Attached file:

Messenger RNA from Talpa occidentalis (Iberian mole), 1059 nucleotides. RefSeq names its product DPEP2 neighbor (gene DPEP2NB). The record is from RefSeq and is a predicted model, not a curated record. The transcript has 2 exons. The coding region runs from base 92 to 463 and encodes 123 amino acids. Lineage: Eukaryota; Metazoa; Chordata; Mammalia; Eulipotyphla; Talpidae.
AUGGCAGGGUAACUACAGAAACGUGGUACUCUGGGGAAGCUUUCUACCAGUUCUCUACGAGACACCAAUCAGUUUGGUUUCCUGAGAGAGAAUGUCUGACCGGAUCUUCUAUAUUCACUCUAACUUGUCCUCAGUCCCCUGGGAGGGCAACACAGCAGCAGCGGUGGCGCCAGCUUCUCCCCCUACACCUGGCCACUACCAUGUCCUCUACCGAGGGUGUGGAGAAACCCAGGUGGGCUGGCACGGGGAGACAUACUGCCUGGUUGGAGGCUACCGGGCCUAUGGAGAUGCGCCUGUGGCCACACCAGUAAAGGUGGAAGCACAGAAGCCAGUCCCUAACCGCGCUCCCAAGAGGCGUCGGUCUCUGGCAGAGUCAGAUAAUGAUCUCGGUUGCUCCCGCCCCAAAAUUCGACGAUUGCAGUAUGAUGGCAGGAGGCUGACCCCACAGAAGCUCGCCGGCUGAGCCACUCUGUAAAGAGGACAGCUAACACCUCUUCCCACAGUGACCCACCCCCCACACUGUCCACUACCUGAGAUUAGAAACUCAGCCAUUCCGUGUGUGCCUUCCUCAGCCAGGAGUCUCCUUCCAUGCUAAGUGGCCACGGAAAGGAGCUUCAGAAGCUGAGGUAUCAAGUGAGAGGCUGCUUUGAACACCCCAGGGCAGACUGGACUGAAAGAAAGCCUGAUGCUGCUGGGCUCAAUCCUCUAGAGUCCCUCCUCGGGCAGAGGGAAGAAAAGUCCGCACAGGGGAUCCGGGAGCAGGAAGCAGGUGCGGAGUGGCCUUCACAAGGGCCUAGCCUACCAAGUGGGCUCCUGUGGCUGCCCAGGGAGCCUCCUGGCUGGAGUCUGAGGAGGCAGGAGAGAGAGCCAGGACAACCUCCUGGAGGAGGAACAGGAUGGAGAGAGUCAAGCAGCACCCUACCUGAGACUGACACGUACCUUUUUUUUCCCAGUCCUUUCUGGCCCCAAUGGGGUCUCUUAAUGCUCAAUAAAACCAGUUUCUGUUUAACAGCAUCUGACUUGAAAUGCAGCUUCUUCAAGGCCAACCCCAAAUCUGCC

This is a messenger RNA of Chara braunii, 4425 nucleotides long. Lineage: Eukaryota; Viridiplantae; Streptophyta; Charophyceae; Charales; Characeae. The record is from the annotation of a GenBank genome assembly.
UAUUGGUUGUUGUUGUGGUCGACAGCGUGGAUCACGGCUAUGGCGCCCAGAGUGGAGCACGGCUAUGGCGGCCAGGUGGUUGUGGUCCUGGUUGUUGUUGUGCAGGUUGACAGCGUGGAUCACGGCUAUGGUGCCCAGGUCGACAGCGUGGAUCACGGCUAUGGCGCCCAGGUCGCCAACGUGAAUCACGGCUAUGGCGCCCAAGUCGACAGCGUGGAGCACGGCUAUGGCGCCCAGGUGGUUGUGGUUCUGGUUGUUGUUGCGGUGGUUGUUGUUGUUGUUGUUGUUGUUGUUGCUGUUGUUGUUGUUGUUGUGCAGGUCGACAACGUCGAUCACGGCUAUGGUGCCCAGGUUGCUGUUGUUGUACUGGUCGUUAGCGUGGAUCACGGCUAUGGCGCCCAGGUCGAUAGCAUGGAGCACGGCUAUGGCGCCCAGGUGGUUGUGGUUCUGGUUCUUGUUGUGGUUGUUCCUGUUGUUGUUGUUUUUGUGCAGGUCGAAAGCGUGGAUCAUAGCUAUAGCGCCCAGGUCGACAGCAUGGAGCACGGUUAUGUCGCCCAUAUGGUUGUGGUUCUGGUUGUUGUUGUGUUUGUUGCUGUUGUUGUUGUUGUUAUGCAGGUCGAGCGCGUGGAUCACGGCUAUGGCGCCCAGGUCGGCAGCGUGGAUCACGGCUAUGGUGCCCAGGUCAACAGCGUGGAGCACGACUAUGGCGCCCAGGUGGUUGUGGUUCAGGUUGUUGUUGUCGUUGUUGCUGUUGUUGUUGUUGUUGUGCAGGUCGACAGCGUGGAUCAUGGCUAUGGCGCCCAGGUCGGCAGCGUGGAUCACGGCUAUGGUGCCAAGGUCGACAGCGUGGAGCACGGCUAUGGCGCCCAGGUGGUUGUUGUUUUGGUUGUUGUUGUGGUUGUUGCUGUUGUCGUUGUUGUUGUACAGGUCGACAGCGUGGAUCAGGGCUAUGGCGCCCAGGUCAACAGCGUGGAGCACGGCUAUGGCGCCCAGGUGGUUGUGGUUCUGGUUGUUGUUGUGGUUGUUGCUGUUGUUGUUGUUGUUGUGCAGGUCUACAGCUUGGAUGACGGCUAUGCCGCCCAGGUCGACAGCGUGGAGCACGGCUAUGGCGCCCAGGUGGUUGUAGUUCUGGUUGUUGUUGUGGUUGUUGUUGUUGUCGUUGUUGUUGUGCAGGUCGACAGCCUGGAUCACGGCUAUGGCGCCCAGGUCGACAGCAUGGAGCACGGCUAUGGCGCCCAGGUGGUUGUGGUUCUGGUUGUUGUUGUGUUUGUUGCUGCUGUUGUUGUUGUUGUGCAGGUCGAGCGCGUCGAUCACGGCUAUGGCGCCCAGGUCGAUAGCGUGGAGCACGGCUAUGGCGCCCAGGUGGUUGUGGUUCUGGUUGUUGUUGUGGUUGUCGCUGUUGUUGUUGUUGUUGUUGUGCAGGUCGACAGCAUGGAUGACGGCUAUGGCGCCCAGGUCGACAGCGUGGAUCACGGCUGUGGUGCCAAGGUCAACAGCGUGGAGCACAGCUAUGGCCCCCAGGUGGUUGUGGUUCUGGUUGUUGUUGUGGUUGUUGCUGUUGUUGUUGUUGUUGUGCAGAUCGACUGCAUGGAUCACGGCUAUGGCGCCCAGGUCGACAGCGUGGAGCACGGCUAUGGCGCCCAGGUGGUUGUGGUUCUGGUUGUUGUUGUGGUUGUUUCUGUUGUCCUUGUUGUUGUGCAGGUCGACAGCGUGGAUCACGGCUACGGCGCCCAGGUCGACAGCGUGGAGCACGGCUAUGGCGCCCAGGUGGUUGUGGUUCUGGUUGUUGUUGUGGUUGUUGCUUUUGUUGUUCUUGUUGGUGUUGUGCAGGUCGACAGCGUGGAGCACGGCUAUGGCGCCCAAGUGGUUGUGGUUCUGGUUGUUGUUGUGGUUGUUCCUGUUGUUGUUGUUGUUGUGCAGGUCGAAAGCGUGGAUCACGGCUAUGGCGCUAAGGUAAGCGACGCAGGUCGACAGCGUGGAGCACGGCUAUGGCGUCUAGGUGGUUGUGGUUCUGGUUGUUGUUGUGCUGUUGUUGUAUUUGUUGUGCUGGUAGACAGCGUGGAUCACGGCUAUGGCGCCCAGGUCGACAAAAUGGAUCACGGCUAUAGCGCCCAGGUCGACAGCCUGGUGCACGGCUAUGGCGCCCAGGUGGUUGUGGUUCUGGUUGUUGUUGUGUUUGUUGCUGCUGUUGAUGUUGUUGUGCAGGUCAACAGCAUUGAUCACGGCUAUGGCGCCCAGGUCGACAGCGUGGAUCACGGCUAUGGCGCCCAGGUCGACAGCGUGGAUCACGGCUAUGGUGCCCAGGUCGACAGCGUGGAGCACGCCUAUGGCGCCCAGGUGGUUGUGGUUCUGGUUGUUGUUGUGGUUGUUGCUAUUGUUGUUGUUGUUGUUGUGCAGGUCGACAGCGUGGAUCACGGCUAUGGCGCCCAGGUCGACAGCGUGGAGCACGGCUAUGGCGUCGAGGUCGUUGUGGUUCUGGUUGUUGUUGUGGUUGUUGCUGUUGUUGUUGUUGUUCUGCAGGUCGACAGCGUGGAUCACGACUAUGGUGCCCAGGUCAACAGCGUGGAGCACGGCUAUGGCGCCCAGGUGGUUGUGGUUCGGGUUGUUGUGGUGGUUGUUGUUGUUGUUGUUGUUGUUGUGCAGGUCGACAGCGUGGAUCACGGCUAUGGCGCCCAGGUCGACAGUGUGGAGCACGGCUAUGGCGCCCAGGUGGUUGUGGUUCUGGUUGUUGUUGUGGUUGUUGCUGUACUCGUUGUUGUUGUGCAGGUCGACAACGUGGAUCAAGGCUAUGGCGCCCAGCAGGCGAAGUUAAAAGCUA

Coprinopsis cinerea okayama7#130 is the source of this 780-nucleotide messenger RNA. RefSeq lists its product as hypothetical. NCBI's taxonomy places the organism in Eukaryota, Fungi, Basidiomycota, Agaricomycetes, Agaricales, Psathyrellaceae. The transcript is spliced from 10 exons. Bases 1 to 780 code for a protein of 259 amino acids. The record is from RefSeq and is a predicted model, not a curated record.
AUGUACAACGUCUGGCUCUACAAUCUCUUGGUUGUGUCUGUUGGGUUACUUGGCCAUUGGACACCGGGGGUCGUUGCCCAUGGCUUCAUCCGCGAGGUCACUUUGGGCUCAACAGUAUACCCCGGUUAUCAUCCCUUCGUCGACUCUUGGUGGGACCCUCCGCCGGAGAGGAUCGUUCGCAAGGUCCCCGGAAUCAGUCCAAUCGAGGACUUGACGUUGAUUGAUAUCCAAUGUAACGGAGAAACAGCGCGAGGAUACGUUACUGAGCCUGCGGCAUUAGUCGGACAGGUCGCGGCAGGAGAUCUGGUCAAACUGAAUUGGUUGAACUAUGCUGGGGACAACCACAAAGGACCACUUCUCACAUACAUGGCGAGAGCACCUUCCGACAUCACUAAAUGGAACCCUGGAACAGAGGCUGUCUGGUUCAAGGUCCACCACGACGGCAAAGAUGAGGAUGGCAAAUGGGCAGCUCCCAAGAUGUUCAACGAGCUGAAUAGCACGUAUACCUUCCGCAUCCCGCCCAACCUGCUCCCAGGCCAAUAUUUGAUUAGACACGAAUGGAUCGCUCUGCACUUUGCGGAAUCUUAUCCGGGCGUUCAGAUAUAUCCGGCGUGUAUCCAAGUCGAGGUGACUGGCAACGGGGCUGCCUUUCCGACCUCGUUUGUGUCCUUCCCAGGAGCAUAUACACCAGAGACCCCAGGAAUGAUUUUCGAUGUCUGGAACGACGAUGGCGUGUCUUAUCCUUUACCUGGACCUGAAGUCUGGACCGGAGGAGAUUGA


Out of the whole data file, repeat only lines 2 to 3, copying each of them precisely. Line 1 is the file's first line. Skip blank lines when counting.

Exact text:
AUGGCAGGGUAACUACAGAAACGUGGUACUCUGGGGAAGCUUUCUACCAGUUCUCUACGAGACACCAAUCAGUUUGGUUUCCUGAGAGAGAAUGUCUGACCGGAUCUUCUAUAUUCACUCUAACUUGUCCUCAGUCCCCUGGGAGGGCAACACAGCAGCAGCGGUGGCGCCAGCUUCUCCCCCUACACCUGGCCACUACCAUGUCCUCUACCGAGGGUGUGGAGAAACCCAGGUGGGCUGGCACGGGGAGACAUACUGCCUGGUUGGAGGCUACCGGGCCUAUGGAGAUGCGCCUGUGGCCACACCAGUAAAGGUGGAAGCACAGAAGCCAGUCCCUAACCGCGCUCCCAAGAGGCGUCGGUCUCUGGCAGAGUCAGAUAAUGAUCUCGGUUGCUCCCGCCCCAAAAUUCGACGAUUGCAGUAUGAUGGCAGGAGGCUGACCCCACAGAAGCUCGCCGGCUGAGCCACUCUGUAAAGAGGACAGCUAACACCUCUUCCCACAGUGACCCACCCCCCACACUGUCCACUACCUGAGAUUAGAAACUCAGCCAUUCCGUGUGUGCCUUCCUCAGCCAGGAGUCUCCUUCCAUGCUAAGUGGCCACGGAAAGGAGCUUCAGAAGCUGAGGUAUCAAGUGAGAGGCUGCUUUGAACACCCCAGGGCAGACUGGACUGAAAGAAAGCCUGAUGCUGCUGGGCUCAAUCCUCUAGAGUCCCUCCUCGGGCAGAGGGAAGAAAAGUCCGCACAGGGGAUCCGGGAGCAGGAAGCAGGUGCGGAGUGGCCUUCACAAGGGCCUAGCCUACCAAGUGGGCUCCUGUGGCUGCCCAGGGAGCCUCCUGGCUGGAGUCUGAGGAGGCAGGAGAGAGAGCCAGGACAACCUCCUGGAGGAGGAACAGGAUGGAGAGAGUCAAGCAGCACCCUACCUGAGACUGACACGUACCUUUUUUUUCCCAGUCCUUUCUGGCCCCAAUGGGGUCUCUUAAUGCUCAAUAAAACCAGUUUCUGUUUAACAGCAUCUGACUUGAAAUGCAGCUUCUUCAAGGCCAACCCCAAAUCUGCC

This is a messenger RNA of Chara braunii, 4425 nucleotides long. Lineage: Eukaryota; Viridiplantae; Streptophyta; Charophyceae; Charales; Characeae. The record is from the annotation of a GenBank genome assembly.